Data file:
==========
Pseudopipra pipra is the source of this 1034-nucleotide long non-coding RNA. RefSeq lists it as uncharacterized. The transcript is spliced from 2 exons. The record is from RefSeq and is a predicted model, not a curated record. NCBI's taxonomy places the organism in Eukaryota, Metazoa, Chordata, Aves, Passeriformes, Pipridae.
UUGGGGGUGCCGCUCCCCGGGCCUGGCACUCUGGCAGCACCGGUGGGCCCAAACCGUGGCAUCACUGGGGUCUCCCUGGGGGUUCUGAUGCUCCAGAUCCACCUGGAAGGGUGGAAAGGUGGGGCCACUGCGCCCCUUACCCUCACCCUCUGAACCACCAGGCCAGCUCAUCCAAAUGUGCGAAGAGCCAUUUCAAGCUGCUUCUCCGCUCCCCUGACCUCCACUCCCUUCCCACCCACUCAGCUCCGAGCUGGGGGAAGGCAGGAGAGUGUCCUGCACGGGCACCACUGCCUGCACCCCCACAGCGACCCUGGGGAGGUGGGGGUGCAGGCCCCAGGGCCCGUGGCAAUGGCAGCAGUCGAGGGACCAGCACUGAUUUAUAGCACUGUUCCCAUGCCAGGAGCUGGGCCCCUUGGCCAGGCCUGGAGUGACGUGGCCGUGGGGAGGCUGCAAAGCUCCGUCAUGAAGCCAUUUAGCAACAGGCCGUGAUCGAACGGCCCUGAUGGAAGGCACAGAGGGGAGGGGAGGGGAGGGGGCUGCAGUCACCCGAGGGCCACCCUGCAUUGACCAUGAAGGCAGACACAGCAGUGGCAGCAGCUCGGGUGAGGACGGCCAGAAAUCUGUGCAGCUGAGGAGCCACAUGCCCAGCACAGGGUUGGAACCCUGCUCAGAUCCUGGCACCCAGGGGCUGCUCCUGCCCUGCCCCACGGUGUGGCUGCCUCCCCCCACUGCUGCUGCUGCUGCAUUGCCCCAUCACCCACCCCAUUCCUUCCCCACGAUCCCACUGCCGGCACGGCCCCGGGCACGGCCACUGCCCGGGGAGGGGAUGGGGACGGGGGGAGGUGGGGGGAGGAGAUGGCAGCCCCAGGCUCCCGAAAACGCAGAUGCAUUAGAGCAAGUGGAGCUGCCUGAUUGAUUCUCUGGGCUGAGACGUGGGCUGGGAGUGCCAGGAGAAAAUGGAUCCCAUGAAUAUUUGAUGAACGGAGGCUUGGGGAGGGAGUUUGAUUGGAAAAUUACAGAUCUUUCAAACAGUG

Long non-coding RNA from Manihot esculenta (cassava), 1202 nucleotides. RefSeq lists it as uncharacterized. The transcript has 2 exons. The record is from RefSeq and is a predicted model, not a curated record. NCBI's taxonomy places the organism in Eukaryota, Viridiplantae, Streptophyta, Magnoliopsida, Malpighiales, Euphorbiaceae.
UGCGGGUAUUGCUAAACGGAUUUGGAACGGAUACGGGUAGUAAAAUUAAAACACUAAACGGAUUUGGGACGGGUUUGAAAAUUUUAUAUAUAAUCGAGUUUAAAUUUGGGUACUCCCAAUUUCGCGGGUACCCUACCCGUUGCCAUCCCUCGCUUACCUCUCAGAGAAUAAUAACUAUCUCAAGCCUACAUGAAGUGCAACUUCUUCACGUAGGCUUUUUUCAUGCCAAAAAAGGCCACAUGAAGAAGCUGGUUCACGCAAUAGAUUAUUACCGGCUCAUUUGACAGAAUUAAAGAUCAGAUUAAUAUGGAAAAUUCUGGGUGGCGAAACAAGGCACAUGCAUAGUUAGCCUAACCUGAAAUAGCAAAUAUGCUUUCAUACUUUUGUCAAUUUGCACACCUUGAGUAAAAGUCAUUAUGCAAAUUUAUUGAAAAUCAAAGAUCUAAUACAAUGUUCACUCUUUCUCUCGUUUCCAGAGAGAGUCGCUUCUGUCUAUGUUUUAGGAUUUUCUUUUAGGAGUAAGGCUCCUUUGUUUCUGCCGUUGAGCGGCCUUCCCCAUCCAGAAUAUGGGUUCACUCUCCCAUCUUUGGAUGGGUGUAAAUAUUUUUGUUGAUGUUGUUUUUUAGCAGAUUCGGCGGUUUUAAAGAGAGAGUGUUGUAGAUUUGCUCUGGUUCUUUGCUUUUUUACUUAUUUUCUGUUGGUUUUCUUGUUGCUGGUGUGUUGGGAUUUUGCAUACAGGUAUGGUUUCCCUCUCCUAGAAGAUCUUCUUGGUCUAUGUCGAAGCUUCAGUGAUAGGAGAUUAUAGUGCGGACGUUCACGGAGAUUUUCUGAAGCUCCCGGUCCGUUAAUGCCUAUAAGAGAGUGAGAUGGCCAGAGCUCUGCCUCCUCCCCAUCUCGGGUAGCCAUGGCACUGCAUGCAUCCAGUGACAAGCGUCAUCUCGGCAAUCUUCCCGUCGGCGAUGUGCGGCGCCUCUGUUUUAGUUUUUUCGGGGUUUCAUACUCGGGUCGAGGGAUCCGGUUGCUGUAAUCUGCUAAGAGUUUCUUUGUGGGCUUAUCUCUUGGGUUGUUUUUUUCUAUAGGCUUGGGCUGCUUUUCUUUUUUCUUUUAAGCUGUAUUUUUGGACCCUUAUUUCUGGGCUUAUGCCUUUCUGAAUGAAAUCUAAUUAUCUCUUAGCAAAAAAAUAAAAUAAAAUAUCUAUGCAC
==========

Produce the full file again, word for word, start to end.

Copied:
Pseudopipra pipra is the source of this 1034-nucleotide long non-coding RNA. RefSeq lists it as uncharacterized. The transcript is spliced from 2 exons. The record is from RefSeq and is a predicted model, not a curated record. NCBI's taxonomy places the organism in Eukaryota, Metazoa, Chordata, Aves, Passeriformes, Pipridae.
UUGGGGGUGCCGCUCCCCGGGCCUGGCACUCUGGCAGCACCGGUGGGCCCAAACCGUGGCAUCACUGGGGUCUCCCUGGGGGUUCUGAUGCUCCAGAUCCACCUGGAAGGGUGGAAAGGUGGGGCCACUGCGCCCCUUACCCUCACCCUCUGAACCACCAGGCCAGCUCAUCCAAAUGUGCGAAGAGCCAUUUCAAGCUGCUUCUCCGCUCCCCUGACCUCCACUCCCUUCCCACCCACUCAGCUCCGAGCUGGGGGAAGGCAGGAGAGUGUCCUGCACGGGCACCACUGCCUGCACCCCCACAGCGACCCUGGGGAGGUGGGGGUGCAGGCCCCAGGGCCCGUGGCAAUGGCAGCAGUCGAGGGACCAGCACUGAUUUAUAGCACUGUUCCCAUGCCAGGAGCUGGGCCCCUUGGCCAGGCCUGGAGUGACGUGGCCGUGGGGAGGCUGCAAAGCUCCGUCAUGAAGCCAUUUAGCAACAGGCCGUGAUCGAACGGCCCUGAUGGAAGGCACAGAGGGGAGGGGAGGGGAGGGGGCUGCAGUCACCCGAGGGCCACCCUGCAUUGACCAUGAAGGCAGACACAGCAGUGGCAGCAGCUCGGGUGAGGACGGCCAGAAAUCUGUGCAGCUGAGGAGCCACAUGCCCAGCACAGGGUUGGAACCCUGCUCAGAUCCUGGCACCCAGGGGCUGCUCCUGCCCUGCCCCACGGUGUGGCUGCCUCCCCCCACUGCUGCUGCUGCUGCAUUGCCCCAUCACCCACCCCAUUCCUUCCCCACGAUCCCACUGCCGGCACGGCCCCGGGCACGGCCACUGCCCGGGGAGGGGAUGGGGACGGGGGGAGGUGGGGGGAGGAGAUGGCAGCCCCAGGCUCCCGAAAACGCAGAUGCAUUAGAGCAAGUGGAGCUGCCUGAUUGAUUCUCUGGGCUGAGACGUGGGCUGGGAGUGCCAGGAGAAAAUGGAUCCCAUGAAUAUUUGAUGAACGGAGGCUUGGGGAGGGAGUUUGAUUGGAAAAUUACAGAUCUUUCAAACAGUG

Long non-coding RNA from Manihot esculenta (cassava), 1202 nucleotides. RefSeq lists it as uncharacterized. The transcript has 2 exons. The record is from RefSeq and is a predicted model, not a curated record. NCBI's taxonomy places the organism in Eukaryota, Viridiplantae, Streptophyta, Magnoliopsida, Malpighiales, Euphorbiaceae.
UGCGGGUAUUGCUAAACGGAUUUGGAACGGAUACGGGUAGUAAAAUUAAAACACUAAACGGAUUUGGGACGGGUUUGAAAAUUUUAUAUAUAAUCGAGUUUAAAUUUGGGUACUCCCAAUUUCGCGGGUACCCUACCCGUUGCCAUCCCUCGCUUACCUCUCAGAGAAUAAUAACUAUCUCAAGCCUACAUGAAGUGCAACUUCUUCACGUAGGCUUUUUUCAUGCCAAAAAAGGCCACAUGAAGAAGCUGGUUCACGCAAUAGAUUAUUACCGGCUCAUUUGACAGAAUUAAAGAUCAGAUUAAUAUGGAAAAUUCUGGGUGGCGAAACAAGGCACAUGCAUAGUUAGCCUAACCUGAAAUAGCAAAUAUGCUUUCAUACUUUUGUCAAUUUGCACACCUUGAGUAAAAGUCAUUAUGCAAAUUUAUUGAAAAUCAAAGAUCUAAUACAAUGUUCACUCUUUCUCUCGUUUCCAGAGAGAGUCGCUUCUGUCUAUGUUUUAGGAUUUUCUUUUAGGAGUAAGGCUCCUUUGUUUCUGCCGUUGAGCGGCCUUCCCCAUCCAGAAUAUGGGUUCACUCUCCCAUCUUUGGAUGGGUGUAAAUAUUUUUGUUGAUGUUGUUUUUUAGCAGAUUCGGCGGUUUUAAAGAGAGAGUGUUGUAGAUUUGCUCUGGUUCUUUGCUUUUUUACUUAUUUUCUGUUGGUUUUCUUGUUGCUGGUGUGUUGGGAUUUUGCAUACAGGUAUGGUUUCCCUCUCCUAGAAGAUCUUCUUGGUCUAUGUCGAAGCUUCAGUGAUAGGAGAUUAUAGUGCGGACGUUCACGGAGAUUUUCUGAAGCUCCCGGUCCGUUAAUGCCUAUAAGAGAGUGAGAUGGCCAGAGCUCUGCCUCCUCCCCAUCUCGGGUAGCCAUGGCACUGCAUGCAUCCAGUGACAAGCGUCAUCUCGGCAAUCUUCCCGUCGGCGAUGUGCGGCGCCUCUGUUUUAGUUUUUUCGGGGUUUCAUACUCGGGUCGAGGGAUCCGGUUGCUGUAAUCUGCUAAGAGUUUCUUUGUGGGCUUAUCUCUUGGGUUGUUUUUUUCUAUAGGCUUGGGCUGCUUUUCUUUUUUCUUUUAAGCUGUAUUUUUGGACCCUUAUUUCUGGGCUUAUGCCUUUCUGAAUGAAAUCUAAUUAUCUCUUAGCAAAAAAAUAAAAUAAAAUAUCUAUGCAC